The late 60s saw the arrival of some of music’s great innovators. Hendrix, The Beatles, and Zappa all used dramatic new effects to manipulate their traditional instruments. Newly available electronic devices from Electro Harmonix, Jim Dunlop and MXR allowed them to create weird new textures and evolving environments. These original pedals and rack units are now highly sought-after, and can change hands for surprising sums of money, but convincing emulations are included with most fully featured DAW packages. Though most of them were originally developed for guitars, they can often be put to good use on a synth or bass line.


A Phaser effect, such as the Electro Harmonix Small Stone, delays an audio signal by a few milliseconds, by playing it through a bank of filters at prescribed intervals. The slightly delayed sound is then layered back over the original. This tiny, stepped delay creates a whooshing, sweeping effect as the sources overlap. Each time the signal passes through the filter bank again, the relative distance between the two signals shifts, stretching the delay and causing the sound to constantly shift and mutate.

The EH Small Stone was a favourite of Jimi Hendrix

The dreamy, evolving tone sounds great added to a soft synthesizer pad. It generates some interest in what would otherwise be a static sound, creating some movement and dynamics and the Phaser shifts through the frequency band.


The flanger can be thought of the Phaser’s angrier cousin. It performs a similar process, doubling the signal and playing back a shifted version over the original. But rather than a bank of stepped filters, the Flanger transposes signal as a whole, creating a more uniform effect, with a harsher, more “robotic” overtone. A Flanger applied to monosynth lead creates a classic “Electro” sound reminiscent of Kraftwerk or Justice.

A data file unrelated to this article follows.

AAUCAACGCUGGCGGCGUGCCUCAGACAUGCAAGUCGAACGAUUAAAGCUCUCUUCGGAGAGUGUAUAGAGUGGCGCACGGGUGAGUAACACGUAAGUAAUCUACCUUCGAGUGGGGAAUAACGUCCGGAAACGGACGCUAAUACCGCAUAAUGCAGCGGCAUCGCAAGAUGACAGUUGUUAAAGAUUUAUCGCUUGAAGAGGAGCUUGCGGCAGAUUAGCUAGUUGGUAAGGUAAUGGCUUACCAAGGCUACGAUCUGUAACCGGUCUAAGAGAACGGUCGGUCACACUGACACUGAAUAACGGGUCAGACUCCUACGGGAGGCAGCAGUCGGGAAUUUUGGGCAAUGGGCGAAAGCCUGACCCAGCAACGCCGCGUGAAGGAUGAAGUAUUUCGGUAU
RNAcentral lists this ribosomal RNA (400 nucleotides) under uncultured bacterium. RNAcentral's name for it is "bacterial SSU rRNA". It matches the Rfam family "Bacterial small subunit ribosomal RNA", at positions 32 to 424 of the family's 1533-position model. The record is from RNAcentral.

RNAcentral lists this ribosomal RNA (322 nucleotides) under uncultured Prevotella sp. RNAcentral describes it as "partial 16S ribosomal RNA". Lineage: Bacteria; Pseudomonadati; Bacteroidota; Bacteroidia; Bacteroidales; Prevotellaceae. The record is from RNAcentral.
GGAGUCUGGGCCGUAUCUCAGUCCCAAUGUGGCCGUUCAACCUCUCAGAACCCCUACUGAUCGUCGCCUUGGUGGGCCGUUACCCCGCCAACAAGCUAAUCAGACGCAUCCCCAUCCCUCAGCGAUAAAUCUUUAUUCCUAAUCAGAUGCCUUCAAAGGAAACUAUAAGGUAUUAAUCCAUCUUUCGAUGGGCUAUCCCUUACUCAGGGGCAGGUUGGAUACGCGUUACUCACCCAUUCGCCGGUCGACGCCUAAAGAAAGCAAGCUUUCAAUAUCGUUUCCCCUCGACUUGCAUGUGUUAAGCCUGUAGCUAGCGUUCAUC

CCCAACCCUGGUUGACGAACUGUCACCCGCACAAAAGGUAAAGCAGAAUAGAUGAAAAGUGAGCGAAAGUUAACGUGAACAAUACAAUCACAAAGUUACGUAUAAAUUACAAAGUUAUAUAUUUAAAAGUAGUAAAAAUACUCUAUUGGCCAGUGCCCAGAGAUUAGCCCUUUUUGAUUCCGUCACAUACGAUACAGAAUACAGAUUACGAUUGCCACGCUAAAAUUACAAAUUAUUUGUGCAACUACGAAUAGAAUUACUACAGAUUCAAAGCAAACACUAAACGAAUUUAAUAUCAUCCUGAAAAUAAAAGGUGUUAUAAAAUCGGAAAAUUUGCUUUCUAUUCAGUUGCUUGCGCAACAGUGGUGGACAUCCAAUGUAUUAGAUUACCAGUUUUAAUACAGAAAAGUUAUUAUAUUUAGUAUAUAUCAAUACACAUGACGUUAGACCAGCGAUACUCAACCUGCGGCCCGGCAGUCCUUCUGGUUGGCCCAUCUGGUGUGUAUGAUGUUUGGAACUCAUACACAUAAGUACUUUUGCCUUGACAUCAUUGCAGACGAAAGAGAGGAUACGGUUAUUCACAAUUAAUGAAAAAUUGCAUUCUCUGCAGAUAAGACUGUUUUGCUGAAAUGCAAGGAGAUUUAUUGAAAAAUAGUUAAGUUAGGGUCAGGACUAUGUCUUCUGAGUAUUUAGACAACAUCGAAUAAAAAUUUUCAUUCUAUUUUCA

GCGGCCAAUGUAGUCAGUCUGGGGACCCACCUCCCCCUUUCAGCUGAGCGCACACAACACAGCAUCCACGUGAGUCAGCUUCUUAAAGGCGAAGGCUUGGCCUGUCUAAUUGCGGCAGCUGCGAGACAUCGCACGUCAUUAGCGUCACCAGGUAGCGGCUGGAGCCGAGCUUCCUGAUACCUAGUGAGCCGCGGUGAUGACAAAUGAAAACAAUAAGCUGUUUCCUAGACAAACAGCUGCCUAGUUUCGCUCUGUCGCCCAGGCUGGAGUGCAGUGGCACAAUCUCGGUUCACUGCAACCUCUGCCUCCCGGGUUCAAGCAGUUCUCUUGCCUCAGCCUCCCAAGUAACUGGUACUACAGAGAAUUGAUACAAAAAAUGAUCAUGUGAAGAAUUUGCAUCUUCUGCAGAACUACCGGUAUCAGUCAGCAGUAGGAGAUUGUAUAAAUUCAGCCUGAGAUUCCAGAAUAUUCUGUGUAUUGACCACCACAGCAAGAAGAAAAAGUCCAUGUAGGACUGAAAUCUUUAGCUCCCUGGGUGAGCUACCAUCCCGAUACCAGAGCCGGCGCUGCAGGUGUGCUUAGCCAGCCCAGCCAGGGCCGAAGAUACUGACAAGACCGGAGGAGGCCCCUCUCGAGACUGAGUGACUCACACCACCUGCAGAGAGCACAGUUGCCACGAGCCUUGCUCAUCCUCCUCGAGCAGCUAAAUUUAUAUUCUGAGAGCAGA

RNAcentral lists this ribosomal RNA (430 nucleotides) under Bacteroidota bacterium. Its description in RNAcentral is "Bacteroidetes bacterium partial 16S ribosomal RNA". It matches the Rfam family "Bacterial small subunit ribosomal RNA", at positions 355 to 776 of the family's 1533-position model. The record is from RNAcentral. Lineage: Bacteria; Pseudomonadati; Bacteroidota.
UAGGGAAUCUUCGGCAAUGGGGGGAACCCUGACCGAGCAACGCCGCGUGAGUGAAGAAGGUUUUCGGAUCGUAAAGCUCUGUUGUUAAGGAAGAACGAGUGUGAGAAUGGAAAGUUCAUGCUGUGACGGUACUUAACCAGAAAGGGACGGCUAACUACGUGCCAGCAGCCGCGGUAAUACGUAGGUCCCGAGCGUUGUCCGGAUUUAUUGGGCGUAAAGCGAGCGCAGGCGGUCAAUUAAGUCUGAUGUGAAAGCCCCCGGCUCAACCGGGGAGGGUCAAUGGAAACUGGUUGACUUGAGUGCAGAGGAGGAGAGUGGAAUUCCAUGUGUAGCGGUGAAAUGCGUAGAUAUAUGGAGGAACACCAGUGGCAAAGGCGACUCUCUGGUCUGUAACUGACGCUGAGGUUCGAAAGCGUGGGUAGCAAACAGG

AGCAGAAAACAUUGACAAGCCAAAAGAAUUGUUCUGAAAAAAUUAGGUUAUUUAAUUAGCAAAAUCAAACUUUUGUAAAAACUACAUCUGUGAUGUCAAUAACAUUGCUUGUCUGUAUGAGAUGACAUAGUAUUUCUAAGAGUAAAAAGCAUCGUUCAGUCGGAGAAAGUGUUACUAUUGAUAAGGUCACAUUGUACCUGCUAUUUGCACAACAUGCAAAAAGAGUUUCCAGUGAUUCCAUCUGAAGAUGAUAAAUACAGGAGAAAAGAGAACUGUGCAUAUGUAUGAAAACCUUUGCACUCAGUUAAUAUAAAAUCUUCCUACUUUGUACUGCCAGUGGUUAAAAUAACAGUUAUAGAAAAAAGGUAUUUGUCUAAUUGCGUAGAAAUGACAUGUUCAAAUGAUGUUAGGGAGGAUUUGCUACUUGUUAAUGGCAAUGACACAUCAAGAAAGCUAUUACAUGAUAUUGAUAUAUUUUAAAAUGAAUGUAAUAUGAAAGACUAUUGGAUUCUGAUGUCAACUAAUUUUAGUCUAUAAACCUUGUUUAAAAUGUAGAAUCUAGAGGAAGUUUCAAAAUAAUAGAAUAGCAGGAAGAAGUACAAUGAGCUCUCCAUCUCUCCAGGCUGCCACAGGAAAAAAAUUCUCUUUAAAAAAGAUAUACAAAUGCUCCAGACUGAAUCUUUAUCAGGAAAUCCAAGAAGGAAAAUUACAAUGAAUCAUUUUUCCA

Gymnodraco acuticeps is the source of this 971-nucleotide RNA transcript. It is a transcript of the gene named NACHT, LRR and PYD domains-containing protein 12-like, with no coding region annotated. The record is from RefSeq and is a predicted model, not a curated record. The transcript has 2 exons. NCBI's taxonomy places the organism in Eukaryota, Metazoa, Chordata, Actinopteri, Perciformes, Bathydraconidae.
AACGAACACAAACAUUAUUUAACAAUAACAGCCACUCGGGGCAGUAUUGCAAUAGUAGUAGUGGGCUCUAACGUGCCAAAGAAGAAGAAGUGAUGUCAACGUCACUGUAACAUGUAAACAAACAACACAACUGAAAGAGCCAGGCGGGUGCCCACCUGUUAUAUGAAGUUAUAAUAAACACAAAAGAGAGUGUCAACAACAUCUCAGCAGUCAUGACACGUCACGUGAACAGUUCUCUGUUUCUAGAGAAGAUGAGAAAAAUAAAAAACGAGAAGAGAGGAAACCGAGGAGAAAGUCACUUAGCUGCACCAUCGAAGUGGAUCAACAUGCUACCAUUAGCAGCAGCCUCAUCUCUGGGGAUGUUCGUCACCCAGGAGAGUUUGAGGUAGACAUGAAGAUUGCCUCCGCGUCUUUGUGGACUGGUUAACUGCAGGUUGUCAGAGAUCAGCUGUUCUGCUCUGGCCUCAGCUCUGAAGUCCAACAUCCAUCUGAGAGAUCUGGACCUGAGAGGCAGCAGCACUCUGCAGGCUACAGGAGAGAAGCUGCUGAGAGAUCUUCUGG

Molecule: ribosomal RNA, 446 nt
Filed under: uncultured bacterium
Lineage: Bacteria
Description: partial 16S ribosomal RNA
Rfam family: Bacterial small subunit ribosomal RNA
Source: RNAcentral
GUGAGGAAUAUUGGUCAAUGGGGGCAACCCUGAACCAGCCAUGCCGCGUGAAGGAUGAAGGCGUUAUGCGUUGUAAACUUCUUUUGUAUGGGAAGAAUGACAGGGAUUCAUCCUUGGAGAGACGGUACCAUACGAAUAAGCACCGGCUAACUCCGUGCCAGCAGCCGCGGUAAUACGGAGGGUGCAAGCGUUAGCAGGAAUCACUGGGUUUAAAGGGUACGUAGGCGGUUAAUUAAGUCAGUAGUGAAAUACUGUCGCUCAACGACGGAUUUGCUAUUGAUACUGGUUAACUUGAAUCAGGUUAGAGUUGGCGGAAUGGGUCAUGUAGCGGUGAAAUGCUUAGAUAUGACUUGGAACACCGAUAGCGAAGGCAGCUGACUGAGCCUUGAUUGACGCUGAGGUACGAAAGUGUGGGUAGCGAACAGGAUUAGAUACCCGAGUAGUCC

Because of the static state of a Flanger, it’s possible to duplicate the effect using a standard digital delay unit. Just set the delay time to around 10 milliseconds, and adjust the LFO control to hear the jarring effect. In the analog days, producers such as The Beatles’ George Martin would create this effect by playing a song on two identical tape machines, then pressing lightly on the flanges of one of the reels to slow one of the machines down. Hence the name “Flanging,” a term coined by Lennon in the studio.


The octaver pedal is a less commonly heard effect on traditional rock music, as it wasn’t as popular upon its release. However, effects such as the EH POG (Poly Octave Generator) are hugely popular amongst retro synth and new wave acts. The effect listens to the frequency of the input signal and generates a synth tone at that same frequency. The circuit then shifts the signal to an octave below or above the original sound. It’s great for fattening up bass-lines or adding an additional dimension of tonal complexity to a lead part. If you use a drum machine with independent outputs for each sample’s sound, running your kick drum through an octaver can add some serious sub-bass weight.

High-end units such as the POG generate multiple copies at once, each in a different octave, and use volume sliders to control the prominence of each, allowing the creation of a complex, multi-tonal layered effect.

Ring Modulation

This is one of the most dramatic effect sounds, and is at its most useful if you’re trying to get “like, really out there…” Ring Mods use a complex electrical circuit that blends different frequencies together mathematically, creating a buzzing, stuttering sound. If you’ve never heard a Ring Modulator in action, one of their most famous uses is to create the robotic voices for the Daleks in TV’s “Dr. Who.” It is often mislabelled as a “Noise Synth” because of the harsh metallic scraping sound it creates.

The Moog Moogerfooger is a stand-alone version of the ring mod unit built-in to their famous analog synths

There is a huge scope for incorporating some of these unusual effects into your music, especially if you think a little outside the box. Run your drum loops through a ring modulator and bypass it so there’s no effect, then momentarily click it one when you reach a fill or crescendo. The clanging metallic racket adds drama and aggression. Subtle use of phasing on acoustic drum tracks can accentuate the movement within a loop of slinky funk. The music legends who popularized these effects fifty years ago got there by experimenting until they found something that sounded weird and alien. With a little exploration of the outer reaches of normalcy, you can add a twisted new dimension to your tracks too.